Then things changed, my view of life changed, my view of how to help people changed and due to circumstances which appeared out of my control I had to make the ultimate sacrifice.  I had to walk away from this amazing world I once loved and would have done anything for.  When it happened I was in shock, I didn’t know where I could turn to for support and I didn’t know who I could trust to discuss the details of what happened.  From letting people know that they are not alone with mental illness, I felt alone myself.  I didn’t know what was going to happen from here on, and I didn’t know whether the stakes of losing this relationship was worth the pain I was feeling.  The future just didn’t look so bright anymore.

While this magical journey was going on, on the side lines I worked my way into medical school.  At the time it felt that medical school was on the back burner while I was happily talking about mental health and making sure people didn’t feel alone.  Though, through the tears and pain I came to realise that I had worked just as hard to get into medical school as I did to get out of that dark period of my life.  Although I went to therapy to work through the emotions of my recent loss, it was talking with friends who reminded me that getting into university was an amazing feat, but to get into medical school was something very special indeed.  For the first time in two years I was able to look at what I could make from my life, for my life.  Why should this incredible journey end here because I couldn’t see the wonder of medical school and where I can take it.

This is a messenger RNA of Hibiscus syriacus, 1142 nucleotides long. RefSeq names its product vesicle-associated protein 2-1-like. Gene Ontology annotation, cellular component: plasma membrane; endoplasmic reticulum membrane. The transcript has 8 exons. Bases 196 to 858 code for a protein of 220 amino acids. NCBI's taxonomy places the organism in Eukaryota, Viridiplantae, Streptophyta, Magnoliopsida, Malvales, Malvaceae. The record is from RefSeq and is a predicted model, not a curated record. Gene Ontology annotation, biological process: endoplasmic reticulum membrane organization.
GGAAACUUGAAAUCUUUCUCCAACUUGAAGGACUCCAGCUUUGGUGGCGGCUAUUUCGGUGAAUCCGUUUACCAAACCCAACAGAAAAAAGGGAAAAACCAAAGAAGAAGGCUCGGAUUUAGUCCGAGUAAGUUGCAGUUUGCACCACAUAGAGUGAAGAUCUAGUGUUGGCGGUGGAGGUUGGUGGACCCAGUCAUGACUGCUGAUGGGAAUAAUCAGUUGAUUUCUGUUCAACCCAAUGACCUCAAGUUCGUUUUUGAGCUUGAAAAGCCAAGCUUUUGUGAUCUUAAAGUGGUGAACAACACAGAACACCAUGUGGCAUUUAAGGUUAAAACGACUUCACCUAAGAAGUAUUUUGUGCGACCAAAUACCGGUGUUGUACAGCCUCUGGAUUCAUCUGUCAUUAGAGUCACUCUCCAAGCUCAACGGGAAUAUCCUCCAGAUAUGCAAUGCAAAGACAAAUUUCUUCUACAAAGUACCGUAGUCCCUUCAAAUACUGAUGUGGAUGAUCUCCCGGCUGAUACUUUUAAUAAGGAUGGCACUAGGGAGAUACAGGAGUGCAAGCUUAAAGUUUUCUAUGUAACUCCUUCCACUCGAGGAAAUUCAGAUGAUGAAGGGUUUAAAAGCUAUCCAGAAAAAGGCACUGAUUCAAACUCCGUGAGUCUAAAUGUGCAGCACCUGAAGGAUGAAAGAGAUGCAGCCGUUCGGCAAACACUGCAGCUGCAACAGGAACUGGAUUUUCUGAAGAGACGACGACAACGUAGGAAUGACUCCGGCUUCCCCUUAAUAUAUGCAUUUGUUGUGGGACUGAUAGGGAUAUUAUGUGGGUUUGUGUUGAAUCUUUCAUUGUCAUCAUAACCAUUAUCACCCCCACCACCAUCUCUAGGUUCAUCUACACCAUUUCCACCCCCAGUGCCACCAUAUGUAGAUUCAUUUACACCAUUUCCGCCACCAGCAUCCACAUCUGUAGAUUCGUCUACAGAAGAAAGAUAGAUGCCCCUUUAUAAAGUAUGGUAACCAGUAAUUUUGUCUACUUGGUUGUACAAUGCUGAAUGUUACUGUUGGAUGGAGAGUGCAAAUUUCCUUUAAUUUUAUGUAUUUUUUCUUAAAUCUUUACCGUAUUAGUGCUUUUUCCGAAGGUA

What was at stake for me was losing this relationship with a charity, losing friendships because I couldn’t talk about it, losing my own blogging identity, no longer feeling I had direction in my life.  Though what came out of this loss was something that I feel would never have happened unless I did walk away; the ability to see strengths in myself, to see a future in education, to know that I can make a good doctor, that I can help people from the other side of the desk.  I now have purpose again and with friends helping me see there are great things to discover in the medical world, I can continue to grow and learn.  I can appreciate myself once more.

While the stakes were high in walking away from homelessness, to me the stakes we just as high walking away from this charity.  Though on both occasions, leaving these things behind me has need up a whole new world to me; a world that I want to be part of and enjoy to its fullest, a world of amazement and wonder that can only lead to one thing; true joy and happiness.  It has taught me to not be afraid of change, but to embrace it and take control of where the journey goes from here.

2 Responses to "Day 22: Walking Away"

Thank you Tracey for sharing such a personal life story with us. It showed all the way through how strong the human spirit is, how it finds a way through insurmountable difficulties. You are a shining example of that. Wish you all the very best for the future. You will be one of the most empathetic doctors ever in the medical world!

Bina. X

[…] Pallett provided post number twenty two and with it a frankly told story of incredible bravery and […]